We pray. We praise. We love.
We share. We are. We become one,
One with you, One with each other,
as we share the bread of life and the cup of salvation. Amen.

In centering queer lived experience of latines in the United States, a version of the prayer that Jesus taught his disciples may look like the following prayer.

Our Queer Parent que estás en todas partes,
promiscuizados sean tus nombres.
Thy Eros come.
Your love be made on earth,
as it is in heaven.
Give us each day our daily pleasure.
Forgive us our -isms,
as we forgive them that exclude us.
And lead us not into suicidal thoughts,
but deliver us from heterosexism and binary thinking.
For ours is the kinship, the power, and the glory.
Forever and ever. Amen.

Queer Performances

Preaching through burlesque and drag is a thing now. When in 2017 I preached through a burlesque dance with no words, I had never seen or heard of a burlesque sermon. I had seen a burlesque show featuring several pieces, all about religion and theological themes, but that was not in a worship service. Now, in 2023, preaching through burlesque is a thing. I have seen and been invited to a worship service in which the sermon had the shape of a burlesque piece. Granted, the preacher did not take off any clothes. He used the rhetorical strategies of burlesque of teasing and ending with a big reveal to shape the sermon.

I have also been invited to worship services in which the sermon had the shape of a drag show. These seem to be more prevalent, and the drag performances are indeed drag performances. What makes these performances a sermon? The same things that made classic Roman oratory a sermon: repurposing them. Preachers repurpose an accepted form of communication to proclaim the good news of the gospel, to interpret Scripture, to bring people to Christ or to edify the body of Christ, the church. To go about this task, most homiletic theories teach preachers how to exegete the biblical text, how to exegete the congregation, and how to compose a message that puts the two in conversation. That is exactly what needs to be done to preach through burlesque or drag or any other means of communication that is familiar to the congregation.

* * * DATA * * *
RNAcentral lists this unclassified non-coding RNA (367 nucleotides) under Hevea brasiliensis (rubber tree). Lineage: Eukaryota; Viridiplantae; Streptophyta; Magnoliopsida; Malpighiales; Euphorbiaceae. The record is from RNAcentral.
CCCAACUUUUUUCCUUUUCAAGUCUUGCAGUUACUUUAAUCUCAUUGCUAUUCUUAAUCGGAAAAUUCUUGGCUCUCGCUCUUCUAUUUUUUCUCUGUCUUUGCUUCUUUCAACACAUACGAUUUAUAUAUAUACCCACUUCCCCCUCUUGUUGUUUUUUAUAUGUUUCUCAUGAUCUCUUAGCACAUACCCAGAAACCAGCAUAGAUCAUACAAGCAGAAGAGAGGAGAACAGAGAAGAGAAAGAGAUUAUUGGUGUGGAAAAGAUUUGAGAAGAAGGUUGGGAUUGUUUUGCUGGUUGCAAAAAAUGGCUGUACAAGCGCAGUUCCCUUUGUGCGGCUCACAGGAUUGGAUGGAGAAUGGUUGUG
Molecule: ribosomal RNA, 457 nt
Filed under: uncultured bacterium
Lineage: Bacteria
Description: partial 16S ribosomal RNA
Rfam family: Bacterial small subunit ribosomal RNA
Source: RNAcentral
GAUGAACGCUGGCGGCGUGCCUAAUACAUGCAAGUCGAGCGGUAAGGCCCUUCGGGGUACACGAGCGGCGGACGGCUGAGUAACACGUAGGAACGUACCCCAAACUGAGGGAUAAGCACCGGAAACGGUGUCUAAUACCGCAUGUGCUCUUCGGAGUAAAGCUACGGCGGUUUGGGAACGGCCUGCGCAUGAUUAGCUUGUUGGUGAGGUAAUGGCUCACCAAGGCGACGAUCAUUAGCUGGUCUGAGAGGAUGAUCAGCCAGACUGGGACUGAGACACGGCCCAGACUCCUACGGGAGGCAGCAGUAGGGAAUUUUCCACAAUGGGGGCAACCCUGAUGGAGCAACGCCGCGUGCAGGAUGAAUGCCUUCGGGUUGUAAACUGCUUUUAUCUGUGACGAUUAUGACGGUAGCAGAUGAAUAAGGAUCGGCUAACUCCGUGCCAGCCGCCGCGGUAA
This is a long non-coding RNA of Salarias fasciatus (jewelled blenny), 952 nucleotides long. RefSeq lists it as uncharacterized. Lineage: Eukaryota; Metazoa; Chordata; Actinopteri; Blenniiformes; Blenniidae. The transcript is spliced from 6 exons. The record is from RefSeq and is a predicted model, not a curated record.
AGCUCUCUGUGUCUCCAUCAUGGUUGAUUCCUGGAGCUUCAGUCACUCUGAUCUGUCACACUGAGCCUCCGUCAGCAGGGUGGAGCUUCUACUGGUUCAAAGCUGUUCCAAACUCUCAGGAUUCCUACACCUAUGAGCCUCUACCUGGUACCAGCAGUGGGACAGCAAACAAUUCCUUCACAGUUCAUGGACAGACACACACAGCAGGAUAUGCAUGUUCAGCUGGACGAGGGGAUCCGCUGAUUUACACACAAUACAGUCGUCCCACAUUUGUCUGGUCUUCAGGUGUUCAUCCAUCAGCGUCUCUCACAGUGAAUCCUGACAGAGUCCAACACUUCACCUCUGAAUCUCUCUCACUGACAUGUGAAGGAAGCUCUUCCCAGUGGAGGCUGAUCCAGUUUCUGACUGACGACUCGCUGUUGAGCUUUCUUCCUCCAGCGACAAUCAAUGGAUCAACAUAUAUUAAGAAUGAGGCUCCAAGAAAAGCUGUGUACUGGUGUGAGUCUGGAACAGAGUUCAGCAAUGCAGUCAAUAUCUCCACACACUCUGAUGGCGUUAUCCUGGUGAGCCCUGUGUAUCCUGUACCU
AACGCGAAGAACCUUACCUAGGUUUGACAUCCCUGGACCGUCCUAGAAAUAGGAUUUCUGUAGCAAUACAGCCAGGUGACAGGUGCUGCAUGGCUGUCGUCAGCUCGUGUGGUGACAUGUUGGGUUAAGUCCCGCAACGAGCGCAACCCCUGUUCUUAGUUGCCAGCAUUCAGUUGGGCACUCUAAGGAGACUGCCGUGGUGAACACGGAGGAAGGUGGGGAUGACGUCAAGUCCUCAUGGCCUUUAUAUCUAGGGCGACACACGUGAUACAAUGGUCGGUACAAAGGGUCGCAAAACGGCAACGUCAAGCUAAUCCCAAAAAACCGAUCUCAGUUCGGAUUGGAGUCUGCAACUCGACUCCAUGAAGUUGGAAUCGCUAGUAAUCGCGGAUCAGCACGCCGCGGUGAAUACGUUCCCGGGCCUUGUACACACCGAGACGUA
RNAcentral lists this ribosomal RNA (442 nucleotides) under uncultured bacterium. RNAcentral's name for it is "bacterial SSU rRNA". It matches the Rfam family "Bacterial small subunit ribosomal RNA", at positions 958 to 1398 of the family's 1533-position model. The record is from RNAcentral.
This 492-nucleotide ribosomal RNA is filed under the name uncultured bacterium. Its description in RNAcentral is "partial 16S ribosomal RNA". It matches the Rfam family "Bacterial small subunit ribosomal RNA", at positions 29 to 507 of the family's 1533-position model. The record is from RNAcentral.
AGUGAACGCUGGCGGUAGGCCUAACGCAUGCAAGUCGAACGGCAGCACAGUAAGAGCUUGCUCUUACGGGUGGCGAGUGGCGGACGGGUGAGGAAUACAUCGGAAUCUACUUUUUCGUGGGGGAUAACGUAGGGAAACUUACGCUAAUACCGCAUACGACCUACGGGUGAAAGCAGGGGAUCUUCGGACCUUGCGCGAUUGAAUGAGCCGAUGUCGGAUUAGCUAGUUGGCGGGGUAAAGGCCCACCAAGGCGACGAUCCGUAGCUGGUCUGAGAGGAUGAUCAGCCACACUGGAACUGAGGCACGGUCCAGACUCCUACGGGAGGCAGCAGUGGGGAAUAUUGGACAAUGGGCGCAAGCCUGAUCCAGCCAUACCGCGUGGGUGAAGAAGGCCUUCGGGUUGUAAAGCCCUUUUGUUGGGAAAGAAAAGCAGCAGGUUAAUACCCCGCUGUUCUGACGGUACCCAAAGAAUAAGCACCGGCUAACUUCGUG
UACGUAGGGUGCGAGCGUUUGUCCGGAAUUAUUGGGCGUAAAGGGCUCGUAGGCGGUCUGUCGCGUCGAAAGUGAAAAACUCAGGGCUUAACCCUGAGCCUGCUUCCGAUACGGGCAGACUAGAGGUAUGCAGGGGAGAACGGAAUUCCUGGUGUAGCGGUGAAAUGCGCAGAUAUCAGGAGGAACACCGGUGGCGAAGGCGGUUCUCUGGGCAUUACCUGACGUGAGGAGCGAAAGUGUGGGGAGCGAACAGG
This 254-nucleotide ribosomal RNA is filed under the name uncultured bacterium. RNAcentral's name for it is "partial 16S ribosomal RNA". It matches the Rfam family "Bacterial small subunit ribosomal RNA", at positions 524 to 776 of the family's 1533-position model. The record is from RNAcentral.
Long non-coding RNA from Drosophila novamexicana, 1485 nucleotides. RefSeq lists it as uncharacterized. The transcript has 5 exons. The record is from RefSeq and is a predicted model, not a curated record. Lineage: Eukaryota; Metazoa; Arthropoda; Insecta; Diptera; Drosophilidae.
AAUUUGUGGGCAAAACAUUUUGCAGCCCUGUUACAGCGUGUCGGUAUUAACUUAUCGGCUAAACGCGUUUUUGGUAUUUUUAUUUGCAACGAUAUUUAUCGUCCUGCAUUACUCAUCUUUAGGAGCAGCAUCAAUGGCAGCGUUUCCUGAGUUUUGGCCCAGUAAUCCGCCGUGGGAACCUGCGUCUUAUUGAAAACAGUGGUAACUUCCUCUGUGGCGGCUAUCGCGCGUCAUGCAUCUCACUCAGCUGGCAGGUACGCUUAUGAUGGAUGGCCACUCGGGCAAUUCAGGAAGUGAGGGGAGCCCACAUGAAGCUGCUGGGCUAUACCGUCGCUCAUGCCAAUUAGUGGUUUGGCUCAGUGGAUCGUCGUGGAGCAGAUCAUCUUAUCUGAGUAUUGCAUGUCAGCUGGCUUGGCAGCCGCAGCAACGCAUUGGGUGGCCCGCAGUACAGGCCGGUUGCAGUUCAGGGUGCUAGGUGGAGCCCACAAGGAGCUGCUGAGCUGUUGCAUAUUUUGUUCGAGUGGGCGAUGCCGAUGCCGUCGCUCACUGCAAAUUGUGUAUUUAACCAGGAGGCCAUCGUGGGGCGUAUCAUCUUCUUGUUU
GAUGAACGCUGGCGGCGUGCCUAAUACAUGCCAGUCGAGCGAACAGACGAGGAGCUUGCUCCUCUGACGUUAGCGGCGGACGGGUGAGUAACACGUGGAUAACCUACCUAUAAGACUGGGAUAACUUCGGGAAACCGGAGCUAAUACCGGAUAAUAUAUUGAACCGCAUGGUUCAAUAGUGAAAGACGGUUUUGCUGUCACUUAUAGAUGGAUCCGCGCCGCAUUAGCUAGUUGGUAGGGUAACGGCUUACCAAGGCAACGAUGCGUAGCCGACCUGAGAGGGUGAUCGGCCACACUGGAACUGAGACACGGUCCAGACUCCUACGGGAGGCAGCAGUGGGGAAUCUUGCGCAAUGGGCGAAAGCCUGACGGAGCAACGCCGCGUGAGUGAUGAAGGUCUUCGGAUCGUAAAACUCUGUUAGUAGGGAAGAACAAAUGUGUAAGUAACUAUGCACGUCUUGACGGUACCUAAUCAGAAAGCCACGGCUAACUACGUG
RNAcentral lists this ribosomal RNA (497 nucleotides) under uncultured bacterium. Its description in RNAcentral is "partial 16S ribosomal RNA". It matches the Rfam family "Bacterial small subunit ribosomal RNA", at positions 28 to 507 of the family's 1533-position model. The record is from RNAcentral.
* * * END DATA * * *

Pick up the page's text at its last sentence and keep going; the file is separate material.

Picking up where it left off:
Whether the preacher borrows the rhetorical strategies or the grammar of burlesque or drag, or the preacher performs the genres, the important thing is to preach the good news of the gospel, to share one’s interpretation of Scripture through the lens of a chosen genre or form. Preaching through burlesque and drag is a way to queer liturgy that gives visibility to queer ways of being, challenges heteronormativity in the pulpit, and embodies the queerness of God, incarnated as female Wisdom in male Logos, fully Divine made flesh.


1. Marcella Althaus-Reid, The Queer God (London and New York: Routledge Press, 2003).

2. Althaus-Reid, The Queer God, 2.


On Liturgy – 56.2

On Liturgy – 56.2

One Friday during a recent low point in our community’s COVID-19 infection rates, my husband and I bought tickets to a dinner show at an iconic jazz club in our city. The evening’s featured performer was a local musician who also happened to be a congregation member—I had not yet had the chance to meet him, and I was eager to hear his music.

read more
On Liturgy – 56.2

On Preaching – 56.2

In keeping with the Directory for Worship, Kaela (not her real name) was presented for baptism with neither undue haste nor undue delay. She was thirteen years old, wearing her backpack and clinging to a stuffed animal as she walked to the baptismal font. Her mothers had been Presbyterian for a little over a year—they joined soon after visiting our church’s booth at the downtown Pride festival the year before.

read more